In just one calendar school year, GCSD had the second highest increase in the state of Florida on FCAT scores and all of their schools achieved AYP. They recognized that educators should simultaneously build student academic outcomes into their relationship- building initiatives. They also knew to engage key community stakeholders such as community groups and churches to become role models and supporters for the “No-Excuses” philosophy. Finally, they found that accountability across the board from classroom teachers to school administrators, as well as parents and students themselves improved their success.
2. Hearne High School, Hearne, Texas: After one of my presentations for the Southwest Center for Accelerated Schools Conference in Austin, Texas, I shared with the Hearne group that students should be taught to identify their life’s passion and develop a strategy to achieve it. After they implemented this strategey, Hearne took it to the next level by posting the dreams of their students all over the school. I saw for myself a building of motivated students who came face to face with their future dreams and ambitions every day. Hearne High also had the students create twenty-year timelines of their future achievements. Hearne’s experience depicts what can happen when schools encourage and support the dreams of students and connect these dreams back to their educational experience.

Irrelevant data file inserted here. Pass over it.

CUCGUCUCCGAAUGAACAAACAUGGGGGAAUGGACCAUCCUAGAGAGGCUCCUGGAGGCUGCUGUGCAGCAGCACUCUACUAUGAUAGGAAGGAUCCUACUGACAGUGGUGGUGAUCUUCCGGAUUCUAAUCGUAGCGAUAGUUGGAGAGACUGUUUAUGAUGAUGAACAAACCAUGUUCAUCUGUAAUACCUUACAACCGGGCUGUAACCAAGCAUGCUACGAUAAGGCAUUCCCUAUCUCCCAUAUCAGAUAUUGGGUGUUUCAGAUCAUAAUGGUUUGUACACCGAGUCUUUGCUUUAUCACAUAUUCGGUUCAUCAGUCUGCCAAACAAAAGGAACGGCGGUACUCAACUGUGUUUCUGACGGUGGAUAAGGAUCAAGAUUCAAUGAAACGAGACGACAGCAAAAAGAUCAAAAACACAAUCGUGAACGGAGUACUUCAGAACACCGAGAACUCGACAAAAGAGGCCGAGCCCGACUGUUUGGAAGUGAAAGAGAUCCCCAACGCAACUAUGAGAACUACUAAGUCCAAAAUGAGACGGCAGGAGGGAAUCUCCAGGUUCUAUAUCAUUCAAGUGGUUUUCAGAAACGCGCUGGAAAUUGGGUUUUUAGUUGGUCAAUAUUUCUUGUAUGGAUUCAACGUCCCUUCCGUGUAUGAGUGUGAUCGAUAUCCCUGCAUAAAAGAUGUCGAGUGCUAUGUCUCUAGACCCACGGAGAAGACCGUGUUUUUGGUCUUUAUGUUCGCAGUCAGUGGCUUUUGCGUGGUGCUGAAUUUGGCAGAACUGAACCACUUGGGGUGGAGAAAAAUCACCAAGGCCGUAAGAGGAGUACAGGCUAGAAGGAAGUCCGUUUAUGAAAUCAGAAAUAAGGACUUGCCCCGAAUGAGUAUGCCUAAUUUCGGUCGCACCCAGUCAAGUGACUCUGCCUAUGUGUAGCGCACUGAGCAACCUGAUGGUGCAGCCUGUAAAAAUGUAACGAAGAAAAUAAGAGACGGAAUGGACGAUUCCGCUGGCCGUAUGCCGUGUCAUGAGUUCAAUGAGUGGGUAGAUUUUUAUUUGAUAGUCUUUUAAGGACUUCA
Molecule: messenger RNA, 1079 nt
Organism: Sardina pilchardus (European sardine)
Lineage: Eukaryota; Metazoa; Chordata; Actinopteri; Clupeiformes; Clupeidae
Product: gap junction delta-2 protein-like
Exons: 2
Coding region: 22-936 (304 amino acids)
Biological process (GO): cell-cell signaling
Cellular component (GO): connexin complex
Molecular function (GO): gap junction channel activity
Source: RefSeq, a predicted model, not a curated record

3. Lincoln College Prep High School, Kansas City, Mo.: At the beginning of a new school year, Lincoln High School principal Regina Ellis recognized the need for some type of objective the staff and students could embrace. Her administration chose the amount of scholarships won by their students as the goal to shoot for which they shared with students, parents and community and other stakeholders. Their first year’s goal was to achieve more than $5 million in scholarships. They not only achieved this goal, but they superseded it by several hundred thousand dollars. The next year they set the bar higher and currently, they have achieved more than $6.5 million in scholarships.
They were able to achieve success for several reasons. First, administration recognized that the school needed to have a definable goal for the students and staff to be shooting for. Second, their students were taught to reach beyond any self-perceived limitation. Third, goals that are established were analyzed and discussed frequently. Finally, educators understood that when you connect goals to academic achievement, academic achievement becomes a quest instead of a routine.
Let me emphasize again that kids are not committed to programs, kids are committed to people. Caring educators and administrators see the potential in their minority students. Allow this vision to be the driving force behind their expectation of success!
Darrell “Coach D” Andrews has been a keynote speaker, trainer and consultant for schools and non-profit organizations throughout the country. He is the author of the nationally acclaimed book, “Believing the HYPE — Seven Keys to Motivating Students of Color.” Visit his website: .